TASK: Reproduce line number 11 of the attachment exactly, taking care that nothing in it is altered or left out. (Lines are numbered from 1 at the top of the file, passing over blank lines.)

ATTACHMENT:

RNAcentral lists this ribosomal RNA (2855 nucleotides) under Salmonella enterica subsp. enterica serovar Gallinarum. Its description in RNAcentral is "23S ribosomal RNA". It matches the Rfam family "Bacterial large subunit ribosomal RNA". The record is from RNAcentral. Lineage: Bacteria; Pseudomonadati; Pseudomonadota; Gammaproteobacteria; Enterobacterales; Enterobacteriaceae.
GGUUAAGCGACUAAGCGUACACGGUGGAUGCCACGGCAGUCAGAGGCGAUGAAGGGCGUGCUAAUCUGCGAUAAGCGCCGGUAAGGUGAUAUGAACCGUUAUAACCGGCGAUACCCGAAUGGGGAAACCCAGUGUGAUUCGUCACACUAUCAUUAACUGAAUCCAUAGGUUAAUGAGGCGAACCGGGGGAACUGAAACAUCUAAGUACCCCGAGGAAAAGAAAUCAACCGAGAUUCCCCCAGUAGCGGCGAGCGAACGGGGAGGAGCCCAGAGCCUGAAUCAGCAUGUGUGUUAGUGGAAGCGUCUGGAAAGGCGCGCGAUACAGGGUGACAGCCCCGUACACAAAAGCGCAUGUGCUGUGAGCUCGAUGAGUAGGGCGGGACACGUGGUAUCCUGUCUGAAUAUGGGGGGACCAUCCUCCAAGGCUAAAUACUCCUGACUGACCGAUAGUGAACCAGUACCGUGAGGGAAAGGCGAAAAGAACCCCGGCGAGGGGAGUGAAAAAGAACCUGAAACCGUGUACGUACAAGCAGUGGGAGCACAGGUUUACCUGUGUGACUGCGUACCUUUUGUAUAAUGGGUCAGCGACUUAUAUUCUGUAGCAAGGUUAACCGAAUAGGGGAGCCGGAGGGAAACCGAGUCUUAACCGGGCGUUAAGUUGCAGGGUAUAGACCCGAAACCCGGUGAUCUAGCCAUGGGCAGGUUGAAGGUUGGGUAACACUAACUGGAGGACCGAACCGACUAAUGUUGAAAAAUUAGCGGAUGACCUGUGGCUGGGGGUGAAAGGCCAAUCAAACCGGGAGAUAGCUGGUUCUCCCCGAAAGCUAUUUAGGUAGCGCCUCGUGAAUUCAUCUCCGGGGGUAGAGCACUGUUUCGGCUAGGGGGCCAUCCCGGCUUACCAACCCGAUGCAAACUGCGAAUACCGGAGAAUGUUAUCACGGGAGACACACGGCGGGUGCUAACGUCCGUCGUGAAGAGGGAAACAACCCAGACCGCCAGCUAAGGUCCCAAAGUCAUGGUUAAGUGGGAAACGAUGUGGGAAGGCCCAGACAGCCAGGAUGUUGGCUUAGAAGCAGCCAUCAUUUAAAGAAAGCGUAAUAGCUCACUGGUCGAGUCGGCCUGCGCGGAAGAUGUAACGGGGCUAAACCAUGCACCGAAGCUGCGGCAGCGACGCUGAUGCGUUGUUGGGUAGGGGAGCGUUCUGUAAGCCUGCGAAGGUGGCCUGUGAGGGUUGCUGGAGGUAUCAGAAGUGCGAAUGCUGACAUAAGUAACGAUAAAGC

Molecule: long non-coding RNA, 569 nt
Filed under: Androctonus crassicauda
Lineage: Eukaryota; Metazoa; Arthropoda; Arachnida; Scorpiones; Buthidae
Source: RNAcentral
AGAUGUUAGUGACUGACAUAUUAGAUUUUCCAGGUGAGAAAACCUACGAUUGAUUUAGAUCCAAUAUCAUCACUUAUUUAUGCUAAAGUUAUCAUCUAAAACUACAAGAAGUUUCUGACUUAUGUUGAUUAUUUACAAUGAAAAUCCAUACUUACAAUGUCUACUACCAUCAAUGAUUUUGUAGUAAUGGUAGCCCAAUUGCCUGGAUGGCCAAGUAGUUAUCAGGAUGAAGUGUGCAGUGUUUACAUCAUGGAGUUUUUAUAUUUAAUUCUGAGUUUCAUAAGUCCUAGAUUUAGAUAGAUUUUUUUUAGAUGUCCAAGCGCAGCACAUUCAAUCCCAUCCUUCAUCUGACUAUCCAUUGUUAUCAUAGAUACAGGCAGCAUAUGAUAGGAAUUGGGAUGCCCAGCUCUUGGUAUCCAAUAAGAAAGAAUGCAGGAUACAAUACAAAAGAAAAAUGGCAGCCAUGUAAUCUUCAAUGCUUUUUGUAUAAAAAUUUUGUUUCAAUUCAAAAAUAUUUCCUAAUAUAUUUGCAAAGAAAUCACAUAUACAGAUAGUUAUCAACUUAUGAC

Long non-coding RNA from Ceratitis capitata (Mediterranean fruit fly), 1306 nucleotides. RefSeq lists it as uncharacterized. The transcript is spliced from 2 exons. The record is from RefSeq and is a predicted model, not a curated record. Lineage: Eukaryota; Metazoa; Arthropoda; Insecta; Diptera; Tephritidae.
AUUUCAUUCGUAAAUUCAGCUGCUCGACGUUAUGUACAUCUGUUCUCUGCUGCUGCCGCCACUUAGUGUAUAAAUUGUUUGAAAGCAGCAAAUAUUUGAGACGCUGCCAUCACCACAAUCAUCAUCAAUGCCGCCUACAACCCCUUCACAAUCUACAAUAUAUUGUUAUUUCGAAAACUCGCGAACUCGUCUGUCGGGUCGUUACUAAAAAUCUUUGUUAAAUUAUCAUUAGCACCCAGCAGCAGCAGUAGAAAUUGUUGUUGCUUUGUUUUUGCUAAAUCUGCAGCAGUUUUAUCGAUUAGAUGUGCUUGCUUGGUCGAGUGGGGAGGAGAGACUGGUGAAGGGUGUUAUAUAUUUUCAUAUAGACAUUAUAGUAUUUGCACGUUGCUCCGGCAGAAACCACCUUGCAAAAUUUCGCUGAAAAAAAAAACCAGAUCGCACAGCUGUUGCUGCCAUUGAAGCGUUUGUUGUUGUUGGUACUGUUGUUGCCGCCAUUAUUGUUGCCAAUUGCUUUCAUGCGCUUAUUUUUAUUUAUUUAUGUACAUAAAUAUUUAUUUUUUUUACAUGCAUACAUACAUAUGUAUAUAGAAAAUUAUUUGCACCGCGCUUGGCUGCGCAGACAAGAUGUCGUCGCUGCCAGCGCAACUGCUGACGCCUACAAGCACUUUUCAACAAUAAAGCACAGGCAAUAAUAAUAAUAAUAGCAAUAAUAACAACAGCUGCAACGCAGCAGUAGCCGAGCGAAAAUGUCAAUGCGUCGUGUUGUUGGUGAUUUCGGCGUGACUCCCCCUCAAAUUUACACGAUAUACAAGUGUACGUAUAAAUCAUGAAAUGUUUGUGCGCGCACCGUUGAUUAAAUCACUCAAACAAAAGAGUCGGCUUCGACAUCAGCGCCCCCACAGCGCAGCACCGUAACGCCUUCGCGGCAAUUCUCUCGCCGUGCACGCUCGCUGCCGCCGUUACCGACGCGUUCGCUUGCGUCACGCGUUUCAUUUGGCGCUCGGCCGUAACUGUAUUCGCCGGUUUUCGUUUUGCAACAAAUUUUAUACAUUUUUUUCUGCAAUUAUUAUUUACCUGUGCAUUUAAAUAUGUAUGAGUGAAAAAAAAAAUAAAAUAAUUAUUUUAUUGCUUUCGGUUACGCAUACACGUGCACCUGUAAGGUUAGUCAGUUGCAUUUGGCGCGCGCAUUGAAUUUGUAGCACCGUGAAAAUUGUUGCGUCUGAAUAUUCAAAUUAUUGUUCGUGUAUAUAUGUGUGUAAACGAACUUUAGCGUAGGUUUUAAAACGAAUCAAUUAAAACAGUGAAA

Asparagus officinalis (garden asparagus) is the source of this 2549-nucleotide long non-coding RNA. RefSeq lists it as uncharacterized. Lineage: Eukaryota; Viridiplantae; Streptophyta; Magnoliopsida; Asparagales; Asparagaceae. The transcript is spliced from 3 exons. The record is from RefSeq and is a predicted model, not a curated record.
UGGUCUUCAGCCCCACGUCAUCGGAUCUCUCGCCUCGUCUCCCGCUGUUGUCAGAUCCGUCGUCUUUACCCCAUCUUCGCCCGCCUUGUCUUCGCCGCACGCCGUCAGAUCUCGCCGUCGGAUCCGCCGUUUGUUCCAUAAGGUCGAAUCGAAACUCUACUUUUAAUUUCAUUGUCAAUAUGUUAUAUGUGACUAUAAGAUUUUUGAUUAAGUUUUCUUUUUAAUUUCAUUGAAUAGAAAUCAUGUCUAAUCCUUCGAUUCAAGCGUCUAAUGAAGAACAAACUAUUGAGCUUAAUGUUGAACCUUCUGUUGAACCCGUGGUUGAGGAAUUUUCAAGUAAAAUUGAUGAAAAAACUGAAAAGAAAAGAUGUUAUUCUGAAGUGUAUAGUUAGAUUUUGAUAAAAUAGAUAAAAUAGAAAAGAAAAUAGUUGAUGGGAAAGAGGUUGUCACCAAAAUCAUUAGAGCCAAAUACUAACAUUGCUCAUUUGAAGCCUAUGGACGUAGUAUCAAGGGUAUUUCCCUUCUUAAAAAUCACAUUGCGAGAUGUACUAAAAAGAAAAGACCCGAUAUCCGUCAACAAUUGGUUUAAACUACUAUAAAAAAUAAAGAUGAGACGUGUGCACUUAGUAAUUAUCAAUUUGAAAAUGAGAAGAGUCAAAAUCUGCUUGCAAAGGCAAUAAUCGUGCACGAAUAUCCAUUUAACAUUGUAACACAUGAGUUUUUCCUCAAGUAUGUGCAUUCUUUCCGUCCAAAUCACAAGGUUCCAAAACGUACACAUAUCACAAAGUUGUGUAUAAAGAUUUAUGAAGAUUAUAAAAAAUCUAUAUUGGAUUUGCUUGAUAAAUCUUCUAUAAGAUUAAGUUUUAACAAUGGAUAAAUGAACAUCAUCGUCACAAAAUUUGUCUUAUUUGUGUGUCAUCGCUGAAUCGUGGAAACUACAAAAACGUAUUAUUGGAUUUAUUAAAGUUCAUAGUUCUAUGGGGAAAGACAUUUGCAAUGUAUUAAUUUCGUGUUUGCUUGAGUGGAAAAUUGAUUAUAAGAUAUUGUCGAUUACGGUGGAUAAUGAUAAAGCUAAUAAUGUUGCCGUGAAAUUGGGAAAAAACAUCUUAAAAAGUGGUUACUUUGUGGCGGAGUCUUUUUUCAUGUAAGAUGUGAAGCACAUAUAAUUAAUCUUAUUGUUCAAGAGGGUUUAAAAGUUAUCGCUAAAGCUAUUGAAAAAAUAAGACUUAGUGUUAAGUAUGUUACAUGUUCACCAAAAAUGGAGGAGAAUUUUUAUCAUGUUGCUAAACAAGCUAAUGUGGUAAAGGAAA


UGGUCUUCAGCCCCACGUCAUCGGAUCUCUCGCCUCGUCUCCCGCUGUUGUCAGAUCCGUCGUCUUUACCCCAUCUUCGCCCGCCUUGUCUUCGCCGCACGCCGUCAGAUCUCGCCGUCGGAUCCGCCGUUUGUUCCAUAAGGUCGAAUCGAAACUCUACUUUUAAUUUCAUUGUCAAUAUGUUAUAUGUGACUAUAAGAUUUUUGAUUAAGUUUUCUUUUUAAUUUCAUUGAAUAGAAAUCAUGUCUAAUCCUUCGAUUCAAGCGUCUAAUGAAGAACAAACUAUUGAGCUUAAUGUUGAACCUUCUGUUGAACCCGUGGUUGAGGAAUUUUCAAGUAAAAUUGAUGAAAAAACUGAAAAGAAAAGAUGUUAUUCUGAAGUGUAUAGUUAGAUUUUGAUAAAAUAGAUAAAAUAGAAAAGAAAAUAGUUGAUGGGAAAGAGGUUGUCACCAAAAUCAUUAGAGCCAAAUACUAACAUUGCUCAUUUGAAGCCUAUGGACGUAGUAUCAAGGGUAUUUCCCUUCUUAAAAAUCACAUUGCGAGAUGUACUAAAAAGAAAAGACCCGAUAUCCGUCAACAAUUGGUUUAAACUACUAUAAAAAAUAAAGAUGAGACGUGUGCACUUAGUAAUUAUCAAUUUGAAAAUGAGAAGAGUCAAAAUCUGCUUGCAAAGGCAAUAAUCGUGCACGAAUAUCCAUUUAACAUUGUAACACAUGAGUUUUUCCUCAAGUAUGUGCAUUCUUUCCGUCCAAAUCACAAGGUUCCAAAACGUACACAUAUCACAAAGUUGUGUAUAAAGAUUUAUGAAGAUUAUAAAAAAUCUAUAUUGGAUUUGCUUGAUAAAUCUUCUAUAAGAUUAAGUUUUAACAAUGGAUAAAUGAACAUCAUCGUCACAAAAUUUGUCUUAUUUGUGUGUCAUCGCUGAAUCGUGGAAACUACAAAAACGUAUUAUUGGAUUUAUUAAAGUUCAUAGUUCUAUGGGGAAAGACAUUUGCAAUGUAUUAAUUUCGUGUUUGCUUGAGUGGAAAAUUGAUUAUAAGAUAUUGUCGAUUACGGUGGAUAAUGAUAAAGCUAAUAAUGUUGCCGUGAAAUUGGGAAAAAACAUCUUAAAAAGUGGUUACUUUGUGGCGGAGUCUUUUUUCAUGUAAGAUGUGAAGCACAUAUAAUUAAUCUUAUUGUUCAAGAGGGUUUAAAAGUUAUCGCUAAAGCUAUUGAAAAAAUAAGACUUAGUGUUAAGUAUGUUACAUGUUCACCAAAAAUGGAGGAGAAUUUUUAUCAUGUUGCUAAACAAGCUAAUGUGGUAAAGGAAA